Ensuring that all of our kids can walk or bike to their neighborhood school is the highest priority of our walkability and bikeability efforts.  Both Kimball Avenue and Crawford Street are scheduled to be repaved this summer, and we are taking advantage of this project to widen the sidewalks, slow down traffic, and in other ways make it easier and safer to walk or bike to Shelton.  The basic tradeoff: the wider the sidewalks, the narrower the street.  We hear quite a bit about cars traveling too fast near the school, and narrowing the street will slow down traffic, but also requires drivers to be more alert.  We’ve got a range of options – we’ve got sketches of what the streets could look like under each – and we welcome your feedback.  Please visit the site and post your comments online, send me an email, or visit the Open House at Shelton Elementary tomorrow evening (Tuesday, March 10, drop by anytime between 6:00 – 8:00 p.m.).

3. Golden Community Garden in the Works

Although we still have some logistical hurdles to overcome, a Golden Community Garden is starting to look a lot more realistic.  The Sustainability Board has been promoting the idea and a growing group of community residents are working hard with the city to make it all come together.  They’ve got two planning meetings on the schedule, and if you are interested in helping to pull this off please consider attending one or both.  One is tonight at 8 p.m. at the Community Center in the Beaver Brook room (8 p.m. – 8:55 p.m.).  The second is Friday morning, March 13 at Windy Saddle Cafe (1110 Washington Ave.) from 7 a.m. to 7:25 a.m.

You can learn more or get involved by sending the group an email.

4. City Using Solar Energy to Heat Community Pool

Great news on the renewable energy front: the City of Golden is now using a new solar hot water system to heat our indoor pool at the Community Center indoor pool.  Installation of a solar water heating system was one recommendation of the city’s energy audit last year and is part of the City of Golden’s effort to improve energy efficiency across city buildings and programs.  The new solar water heating system cost $315,000, more than half of which was paid for with grants.  The grant came out of the city’s partnership with the Governor’s Energy Office and the Colorado Department of Local Affairs.  By using solar energy to heat our pool water, we expect to save more than $22,000 every year.

5. Council Moves Forward with Jackson Street Corridor Bike and Pedestrian Improvements

The Walkability Task Force’s highest priority recommendation last year was improvements on the Jackson Street Corridor.  Jackson is a key pedestrian and bike route to Golden High School and a major connection between the north and south parts of town but it is poorly designed for either people on foot or on bike.

We will reconfigure that entire stretch of Jackson with a “Complete Streets” design, dropping the street down to two lanes (it’s now three lanes wide) and adding bike lanes, some landscaping, and much-improved sidewalks.  Two lanes is more than enough to handle the vehicle traffic (and in fact it is two lanes both north and south of this stretch).  We’ve seen widespread community support for the project, and City Council gave staff the go-ahead to do the design work and get ready to go to bid.  Although the project isn’t budgeted until 2010, given the dramatic drop in construction prices over the past several months we are going to look at accelerating the work if it makes sense.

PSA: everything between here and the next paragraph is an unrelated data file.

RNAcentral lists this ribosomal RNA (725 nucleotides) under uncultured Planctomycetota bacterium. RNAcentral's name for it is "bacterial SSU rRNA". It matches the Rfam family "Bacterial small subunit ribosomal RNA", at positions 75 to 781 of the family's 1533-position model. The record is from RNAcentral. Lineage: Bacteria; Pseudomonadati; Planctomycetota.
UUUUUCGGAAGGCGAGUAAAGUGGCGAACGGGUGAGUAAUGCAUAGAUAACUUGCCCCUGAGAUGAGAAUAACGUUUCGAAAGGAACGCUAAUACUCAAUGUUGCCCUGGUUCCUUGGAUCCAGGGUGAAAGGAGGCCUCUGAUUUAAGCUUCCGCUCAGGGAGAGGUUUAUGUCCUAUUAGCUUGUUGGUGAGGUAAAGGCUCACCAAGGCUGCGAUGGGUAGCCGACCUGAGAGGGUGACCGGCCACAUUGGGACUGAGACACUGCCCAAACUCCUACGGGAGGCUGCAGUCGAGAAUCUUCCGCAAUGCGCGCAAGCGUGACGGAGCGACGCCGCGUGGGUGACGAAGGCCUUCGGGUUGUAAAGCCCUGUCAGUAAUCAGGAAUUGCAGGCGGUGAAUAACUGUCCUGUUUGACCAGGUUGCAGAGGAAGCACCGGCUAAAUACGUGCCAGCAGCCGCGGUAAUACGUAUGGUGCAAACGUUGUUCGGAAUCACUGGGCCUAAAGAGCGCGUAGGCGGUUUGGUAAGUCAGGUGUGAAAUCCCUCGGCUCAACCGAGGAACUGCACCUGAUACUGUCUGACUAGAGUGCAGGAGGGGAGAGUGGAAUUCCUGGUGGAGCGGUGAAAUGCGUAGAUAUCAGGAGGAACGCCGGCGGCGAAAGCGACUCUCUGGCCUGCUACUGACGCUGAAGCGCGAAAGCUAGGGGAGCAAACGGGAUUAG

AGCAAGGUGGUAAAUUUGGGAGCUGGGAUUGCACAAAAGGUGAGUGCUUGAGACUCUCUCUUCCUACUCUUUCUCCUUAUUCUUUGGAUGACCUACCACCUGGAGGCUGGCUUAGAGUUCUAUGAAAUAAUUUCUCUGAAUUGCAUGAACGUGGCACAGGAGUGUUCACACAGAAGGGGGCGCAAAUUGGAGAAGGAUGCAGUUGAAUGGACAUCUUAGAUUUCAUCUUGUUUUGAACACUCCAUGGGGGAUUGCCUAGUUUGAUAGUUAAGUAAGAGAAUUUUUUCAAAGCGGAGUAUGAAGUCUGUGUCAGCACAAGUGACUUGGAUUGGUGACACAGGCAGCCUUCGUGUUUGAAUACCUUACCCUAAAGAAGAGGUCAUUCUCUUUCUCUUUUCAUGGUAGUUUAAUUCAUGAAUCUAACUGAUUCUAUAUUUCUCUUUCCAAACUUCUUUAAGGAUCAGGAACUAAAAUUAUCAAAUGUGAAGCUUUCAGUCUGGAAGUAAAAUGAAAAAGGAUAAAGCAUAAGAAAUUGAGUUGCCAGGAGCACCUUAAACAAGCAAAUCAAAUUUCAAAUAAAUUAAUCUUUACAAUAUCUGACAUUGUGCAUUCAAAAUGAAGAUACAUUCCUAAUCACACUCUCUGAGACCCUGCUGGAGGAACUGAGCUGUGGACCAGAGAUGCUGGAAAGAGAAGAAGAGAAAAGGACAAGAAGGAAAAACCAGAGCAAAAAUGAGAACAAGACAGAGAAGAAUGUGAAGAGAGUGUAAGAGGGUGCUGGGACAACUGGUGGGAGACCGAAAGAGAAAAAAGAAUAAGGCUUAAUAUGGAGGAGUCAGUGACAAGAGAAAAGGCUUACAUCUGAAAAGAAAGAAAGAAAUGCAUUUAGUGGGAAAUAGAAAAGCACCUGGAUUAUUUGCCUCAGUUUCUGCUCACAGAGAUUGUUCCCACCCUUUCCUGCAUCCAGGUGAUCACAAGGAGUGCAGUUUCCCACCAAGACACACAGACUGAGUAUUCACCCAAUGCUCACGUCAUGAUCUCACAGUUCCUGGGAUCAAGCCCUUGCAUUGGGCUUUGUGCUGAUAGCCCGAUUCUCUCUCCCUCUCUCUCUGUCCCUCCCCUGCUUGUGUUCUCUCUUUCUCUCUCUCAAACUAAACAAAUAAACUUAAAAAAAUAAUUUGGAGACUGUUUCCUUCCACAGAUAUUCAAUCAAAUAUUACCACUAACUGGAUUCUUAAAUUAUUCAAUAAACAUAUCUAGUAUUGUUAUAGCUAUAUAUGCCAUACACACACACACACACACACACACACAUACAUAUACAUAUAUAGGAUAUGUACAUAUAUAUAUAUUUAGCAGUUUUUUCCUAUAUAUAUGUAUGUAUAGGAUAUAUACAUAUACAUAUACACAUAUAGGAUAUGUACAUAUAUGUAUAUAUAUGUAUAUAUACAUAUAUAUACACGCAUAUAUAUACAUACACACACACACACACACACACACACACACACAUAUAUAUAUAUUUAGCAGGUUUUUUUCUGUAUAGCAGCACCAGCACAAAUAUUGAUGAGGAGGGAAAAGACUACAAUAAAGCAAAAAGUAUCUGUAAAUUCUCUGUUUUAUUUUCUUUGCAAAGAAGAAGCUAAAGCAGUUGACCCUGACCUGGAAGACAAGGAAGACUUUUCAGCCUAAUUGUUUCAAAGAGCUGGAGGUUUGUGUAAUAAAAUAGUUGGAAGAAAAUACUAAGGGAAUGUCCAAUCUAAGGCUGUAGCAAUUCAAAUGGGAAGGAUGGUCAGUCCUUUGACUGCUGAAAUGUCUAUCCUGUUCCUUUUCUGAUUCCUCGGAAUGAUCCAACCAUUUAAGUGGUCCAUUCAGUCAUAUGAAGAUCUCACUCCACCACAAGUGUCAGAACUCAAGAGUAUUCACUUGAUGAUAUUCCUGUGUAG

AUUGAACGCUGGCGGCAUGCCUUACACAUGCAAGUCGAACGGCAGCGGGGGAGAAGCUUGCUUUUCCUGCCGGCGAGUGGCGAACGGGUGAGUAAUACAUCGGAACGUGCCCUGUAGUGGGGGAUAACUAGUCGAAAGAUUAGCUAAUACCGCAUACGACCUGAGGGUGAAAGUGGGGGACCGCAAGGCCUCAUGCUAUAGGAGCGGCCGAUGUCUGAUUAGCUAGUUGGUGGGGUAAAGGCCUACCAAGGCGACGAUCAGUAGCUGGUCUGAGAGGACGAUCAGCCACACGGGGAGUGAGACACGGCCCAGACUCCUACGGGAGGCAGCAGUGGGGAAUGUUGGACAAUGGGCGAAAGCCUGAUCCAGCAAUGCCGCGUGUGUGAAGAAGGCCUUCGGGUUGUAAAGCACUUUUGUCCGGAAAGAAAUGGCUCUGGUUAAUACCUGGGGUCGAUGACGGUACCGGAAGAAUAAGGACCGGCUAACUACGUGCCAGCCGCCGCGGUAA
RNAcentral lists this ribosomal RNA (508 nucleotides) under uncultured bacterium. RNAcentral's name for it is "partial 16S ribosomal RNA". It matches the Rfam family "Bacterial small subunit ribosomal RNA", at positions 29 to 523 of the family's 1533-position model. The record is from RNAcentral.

6. Fixing the Ethics Code Loophole

Although the City Council set extremely high standards last year for accountability and transparency, we’ve promised to set the bar even higher in 2009.  One important step: eliminate the big loophole in our ethics code.  Our code is already quite stringent (as it should be), but a quirk of the language could allow a member of the City Council to accept a gift of unlimited value so long as they accept the gift in their “personal capacity.”  To my mind, members of the City Council should not accept gifts from people that live, own property, or otherwise have interests in Golden (with some limited exceptions, like gifts from family members).  This principle seems very straightforward to me, yet our current code potentially allows anyone – say a developer who periodically asks Council for rezonings or variances – to give large gifts to members of City Council so long as they are “personal” gifts.  I want to fix this.

The concern, of course, is that if members of City Council accept gifts from community members they may give those folks special treatment.  This is exactly the issue that came up in the ethics complaint filed against Councilor Mary Weaver a couple of years ago.  Councilor Weaver accepted a gift (a loan from Marian Olson that she is not necessarily obligated to pay back) to fund her lawsuit against the city.  This seems to violate the ethics code prohibiting City Councilors from accepting gifts (including loans), but Councilor Weaver is arguing that it’s acceptable because she accepted the gift in her “personal capacity.”

This loophole is even more problematic, however, because Councilor Weaver then participated in a City Council decision in which Marian Olson – to whom she is now deeply indebted – had a direct financial interest.  Because of the potential loophole in our ethics code, I don’t know if Councilor Weaver actually violated our code or not, but I want to clarify this language so that there is no confusion moving forward.